October 1, 2022

Chicago Learns the Importance of Public Comment

parking meter.jpgWe haven’t seen outrage like this since FASB bent over and rewrote mark to market!
Denver is now considering taking a cue from a Chicago plan that basically pimped out the city’s parking meters for a lump-sum lease payment instead of relying on a constant stream of unknown revenue in quarters. Genius… sort of.
More, after the jump

Councilman Doug Linkhart would like to solve the city’s $120 million budget shortfall with quarters. But instead of fixing the deficit one quarter at a time — about $9 million in revenue from parking meters per year — the councilman would like to sell the city’s parking meter revenue stream to a private firm for one lump sum — as much as $430 million — and then use some of the money to close the budget gap. “It’s got some potential,” Linkhart told the Denver Daily News on Friday. “It sounds like a good idea … by no means is it perfect, and by no means is it exactly what I would do … but the concept is certainly worth looking into.”

That’s all well and good and on the surface it appears as though this plan cannot possibly go wrong, right? I hope Denver is watching how this unravels before jumping prematurely on the parking meter pawn shop bandwagon.
Hmm:

Clint Krislov, a Chicago attorney for a group of taxpayers, said on Thursday that a Cook County Circuit Court judge on August 28 will hear their petition to allow the lawsuit challenging the deal to proceed. “The contract is illegal so we’re asking (the court) to block spending tax dollars on it,” Krislov said. “After the transaction closed, the city continued to expend public funds to maintain and repair CPM’s privately controlled meters based on complaints that a number of CPM’s parking meters were disabled, would not take coins, did not properly recognize the coins placed in the meters, and displayed inaccurate parking rates and times of enforcement,” the lawsuit stated.

Chicago taxpayers have a point. You cannot use city streets as a private pawn shop and then apply taxpayer money to pay interest on your pawned items. Perhaps someone can point to the FASB that says as much?

parking meter.jpgWe haven’t seen outrage like this since FASB bent over and rewrote mark to market!
Denver is now considering taking a cue from a Chicago plan that basically pimped out the city’s parking meters for a lump-sum lease payment instead of relying on a constant stream of unknown revenue in quarters. Genius… sort of.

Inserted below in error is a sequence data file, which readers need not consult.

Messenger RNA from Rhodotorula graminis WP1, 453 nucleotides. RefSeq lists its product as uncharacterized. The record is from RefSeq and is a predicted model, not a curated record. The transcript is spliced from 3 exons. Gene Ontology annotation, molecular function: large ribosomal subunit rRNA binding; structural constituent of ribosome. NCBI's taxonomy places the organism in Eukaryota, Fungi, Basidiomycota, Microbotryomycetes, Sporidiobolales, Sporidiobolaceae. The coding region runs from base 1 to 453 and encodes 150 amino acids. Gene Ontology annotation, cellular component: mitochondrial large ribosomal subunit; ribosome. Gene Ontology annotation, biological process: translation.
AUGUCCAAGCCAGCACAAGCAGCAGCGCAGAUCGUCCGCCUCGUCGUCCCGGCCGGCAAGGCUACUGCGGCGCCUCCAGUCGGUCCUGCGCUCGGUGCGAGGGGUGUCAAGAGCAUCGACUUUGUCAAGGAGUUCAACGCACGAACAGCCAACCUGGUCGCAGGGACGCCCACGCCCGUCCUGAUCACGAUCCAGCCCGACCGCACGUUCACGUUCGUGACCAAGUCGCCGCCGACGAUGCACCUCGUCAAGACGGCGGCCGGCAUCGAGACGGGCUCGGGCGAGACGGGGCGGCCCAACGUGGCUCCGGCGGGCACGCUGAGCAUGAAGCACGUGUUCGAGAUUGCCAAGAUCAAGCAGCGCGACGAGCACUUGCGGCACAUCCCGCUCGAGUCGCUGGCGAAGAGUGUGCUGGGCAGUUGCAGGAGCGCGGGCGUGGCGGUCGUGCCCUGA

More, after the jump

Councilman Doug Linkhart would like to solve the city’s $120 million budget shortfall with quarters. But instead of fixing the deficit one quarter at a time — about $9 million in revenue from parking meters per year — the councilman would like to sell the city’s parking meter revenue stream to a private firm for one lump sum — as much as $430 million — and then use some of the money to close the budget gap. “It’s got some potential,” Linkhart told the Denver Daily News on Friday. “It sounds like a good idea … by no means is it perfect, and by no means is it exactly what I would do … but the concept is certainly worth looking into.”

That’s all well and good and on the surface it appears as though this plan cannot possibly go wrong, right? I hope Denver is watching how this unravels before jumping prematurely on the parking meter pawn shop bandwagon.
Hmm:

Clint Krislov, a Chicago attorney for a group of taxpayers, said on Thursday that a Cook County Circuit Court judge on August 28 will hear their petition to allow the lawsuit challenging the deal to proceed. “The contract is illegal so we’re asking (the court) to block spending tax dollars on it,” Krislov said. “After the transaction closed, the city continued to expend public funds to maintain and repair CPM’s privately controlled meters based on complaints that a number of CPM’s parking meters were disabled, would not take coins, did not properly recognize the coins placed in the meters, and displayed inaccurate parking rates and times of enforcement,” the lawsuit stated.

Chicago taxpayers have a point. You cannot use city streets as a private pawn shop and then apply taxpayer money to pay interest on your pawned items. Perhaps someone can point to the FASB that says as much?

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